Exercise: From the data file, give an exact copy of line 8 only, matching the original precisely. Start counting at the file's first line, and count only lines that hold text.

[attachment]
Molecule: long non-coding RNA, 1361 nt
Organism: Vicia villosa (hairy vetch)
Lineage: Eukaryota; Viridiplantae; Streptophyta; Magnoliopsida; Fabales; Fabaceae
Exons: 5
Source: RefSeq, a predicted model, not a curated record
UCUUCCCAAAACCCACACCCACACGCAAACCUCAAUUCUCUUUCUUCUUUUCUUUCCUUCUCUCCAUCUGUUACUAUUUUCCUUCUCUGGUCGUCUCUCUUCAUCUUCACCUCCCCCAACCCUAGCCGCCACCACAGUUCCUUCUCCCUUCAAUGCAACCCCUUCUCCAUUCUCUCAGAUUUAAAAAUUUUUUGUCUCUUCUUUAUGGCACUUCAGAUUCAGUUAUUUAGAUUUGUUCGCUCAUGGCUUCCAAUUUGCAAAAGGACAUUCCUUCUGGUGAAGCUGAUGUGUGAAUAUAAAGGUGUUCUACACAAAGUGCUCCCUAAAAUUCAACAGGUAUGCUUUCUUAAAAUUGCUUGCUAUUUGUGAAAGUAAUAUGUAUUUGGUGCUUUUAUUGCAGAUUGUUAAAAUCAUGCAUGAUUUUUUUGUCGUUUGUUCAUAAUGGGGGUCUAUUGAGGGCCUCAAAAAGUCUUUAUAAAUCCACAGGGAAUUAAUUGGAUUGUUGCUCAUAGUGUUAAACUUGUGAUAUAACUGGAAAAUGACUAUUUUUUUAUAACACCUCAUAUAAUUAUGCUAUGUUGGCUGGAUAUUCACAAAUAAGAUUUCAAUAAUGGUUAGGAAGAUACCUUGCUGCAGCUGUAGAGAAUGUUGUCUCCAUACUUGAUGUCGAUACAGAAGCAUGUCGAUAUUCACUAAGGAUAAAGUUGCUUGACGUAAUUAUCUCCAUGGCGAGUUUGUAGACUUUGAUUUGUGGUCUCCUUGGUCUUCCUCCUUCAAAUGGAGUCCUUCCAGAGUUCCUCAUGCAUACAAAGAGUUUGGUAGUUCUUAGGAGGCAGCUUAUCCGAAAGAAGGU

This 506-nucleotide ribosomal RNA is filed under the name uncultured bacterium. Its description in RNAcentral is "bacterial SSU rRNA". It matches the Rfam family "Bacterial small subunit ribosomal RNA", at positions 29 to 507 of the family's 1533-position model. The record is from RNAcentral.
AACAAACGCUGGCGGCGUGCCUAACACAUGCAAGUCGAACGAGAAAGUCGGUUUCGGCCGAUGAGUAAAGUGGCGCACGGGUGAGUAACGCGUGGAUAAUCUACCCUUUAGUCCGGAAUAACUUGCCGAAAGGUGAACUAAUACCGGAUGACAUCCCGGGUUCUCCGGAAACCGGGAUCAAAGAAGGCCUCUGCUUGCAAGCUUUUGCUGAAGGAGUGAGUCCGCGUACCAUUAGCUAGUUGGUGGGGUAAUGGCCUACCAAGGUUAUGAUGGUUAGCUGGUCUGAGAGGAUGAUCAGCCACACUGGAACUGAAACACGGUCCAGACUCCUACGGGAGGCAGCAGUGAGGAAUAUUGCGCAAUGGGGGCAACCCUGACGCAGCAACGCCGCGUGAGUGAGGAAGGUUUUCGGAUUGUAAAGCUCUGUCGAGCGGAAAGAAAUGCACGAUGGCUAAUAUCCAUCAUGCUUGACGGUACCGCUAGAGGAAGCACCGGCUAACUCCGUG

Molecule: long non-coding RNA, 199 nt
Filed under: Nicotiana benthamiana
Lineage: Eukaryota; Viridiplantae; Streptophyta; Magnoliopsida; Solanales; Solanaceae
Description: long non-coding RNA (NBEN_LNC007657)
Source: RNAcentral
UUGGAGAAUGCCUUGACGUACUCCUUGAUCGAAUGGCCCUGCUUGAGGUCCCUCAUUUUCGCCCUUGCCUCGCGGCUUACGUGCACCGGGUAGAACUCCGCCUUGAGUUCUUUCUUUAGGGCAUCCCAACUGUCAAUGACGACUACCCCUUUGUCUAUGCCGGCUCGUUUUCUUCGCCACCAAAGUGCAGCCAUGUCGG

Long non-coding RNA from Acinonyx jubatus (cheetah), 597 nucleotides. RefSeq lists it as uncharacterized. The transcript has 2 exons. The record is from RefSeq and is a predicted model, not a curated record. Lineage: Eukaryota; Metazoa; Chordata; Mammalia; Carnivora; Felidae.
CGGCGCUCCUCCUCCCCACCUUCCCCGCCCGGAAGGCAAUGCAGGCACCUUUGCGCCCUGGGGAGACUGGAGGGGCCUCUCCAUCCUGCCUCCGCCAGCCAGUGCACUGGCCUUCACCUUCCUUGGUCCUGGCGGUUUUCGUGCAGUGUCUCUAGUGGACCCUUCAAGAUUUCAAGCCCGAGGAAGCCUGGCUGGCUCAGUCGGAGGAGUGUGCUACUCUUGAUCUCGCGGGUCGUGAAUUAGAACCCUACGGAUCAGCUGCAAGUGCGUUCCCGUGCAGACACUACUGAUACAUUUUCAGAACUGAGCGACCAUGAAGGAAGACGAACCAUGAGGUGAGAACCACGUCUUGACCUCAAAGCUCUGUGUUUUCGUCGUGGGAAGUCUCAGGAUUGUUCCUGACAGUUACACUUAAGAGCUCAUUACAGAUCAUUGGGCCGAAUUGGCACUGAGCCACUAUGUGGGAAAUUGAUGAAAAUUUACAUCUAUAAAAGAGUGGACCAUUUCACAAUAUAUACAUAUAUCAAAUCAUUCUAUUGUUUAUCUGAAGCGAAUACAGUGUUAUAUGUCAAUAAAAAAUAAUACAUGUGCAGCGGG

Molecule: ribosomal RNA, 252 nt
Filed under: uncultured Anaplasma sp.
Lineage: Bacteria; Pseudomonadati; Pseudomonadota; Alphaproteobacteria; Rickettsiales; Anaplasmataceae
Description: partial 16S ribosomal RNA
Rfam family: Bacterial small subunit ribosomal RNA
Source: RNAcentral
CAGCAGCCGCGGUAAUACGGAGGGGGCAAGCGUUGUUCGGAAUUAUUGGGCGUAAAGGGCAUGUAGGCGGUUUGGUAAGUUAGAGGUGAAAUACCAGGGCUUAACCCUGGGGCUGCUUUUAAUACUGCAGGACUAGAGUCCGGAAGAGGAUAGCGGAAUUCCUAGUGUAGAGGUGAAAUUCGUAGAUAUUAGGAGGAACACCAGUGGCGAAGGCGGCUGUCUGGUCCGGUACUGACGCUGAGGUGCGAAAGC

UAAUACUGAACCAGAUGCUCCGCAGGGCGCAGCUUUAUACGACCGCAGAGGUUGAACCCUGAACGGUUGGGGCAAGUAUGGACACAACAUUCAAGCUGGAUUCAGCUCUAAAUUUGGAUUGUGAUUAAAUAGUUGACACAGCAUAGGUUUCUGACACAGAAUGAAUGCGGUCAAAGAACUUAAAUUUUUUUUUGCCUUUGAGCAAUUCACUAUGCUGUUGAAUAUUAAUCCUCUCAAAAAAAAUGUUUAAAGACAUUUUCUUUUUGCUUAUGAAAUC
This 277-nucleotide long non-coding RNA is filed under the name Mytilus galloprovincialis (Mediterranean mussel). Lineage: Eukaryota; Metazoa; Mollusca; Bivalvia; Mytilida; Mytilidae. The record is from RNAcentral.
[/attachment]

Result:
AACAAACGCUGGCGGCGUGCCUAACACAUGCAAGUCGAACGAGAAAGUCGGUUUCGGCCGAUGAGUAAAGUGGCGCACGGGUGAGUAACGCGUGGAUAAUCUACCCUUUAGUCCGGAAUAACUUGCCGAAAGGUGAACUAAUACCGGAUGACAUCCCGGGUUCUCCGGAAACCGGGAUCAAAGAAGGCCUCUGCUUGCAAGCUUUUGCUGAAGGAGUGAGUCCGCGUACCAUUAGCUAGUUGGUGGGGUAAUGGCCUACCAAGGUUAUGAUGGUUAGCUGGUCUGAGAGGAUGAUCAGCCACACUGGAACUGAAACACGGUCCAGACUCCUACGGGAGGCAGCAGUGAGGAAUAUUGCGCAAUGGGGGCAACCCUGACGCAGCAACGCCGCGUGAGUGAGGAAGGUUUUCGGAUUGUAAAGCUCUGUCGAGCGGAAAGAAAUGCACGAUGGCUAAUAUCCAUCAUGCUUGACGGUACCGCUAGAGGAAGCACCGGCUAACUCCGUG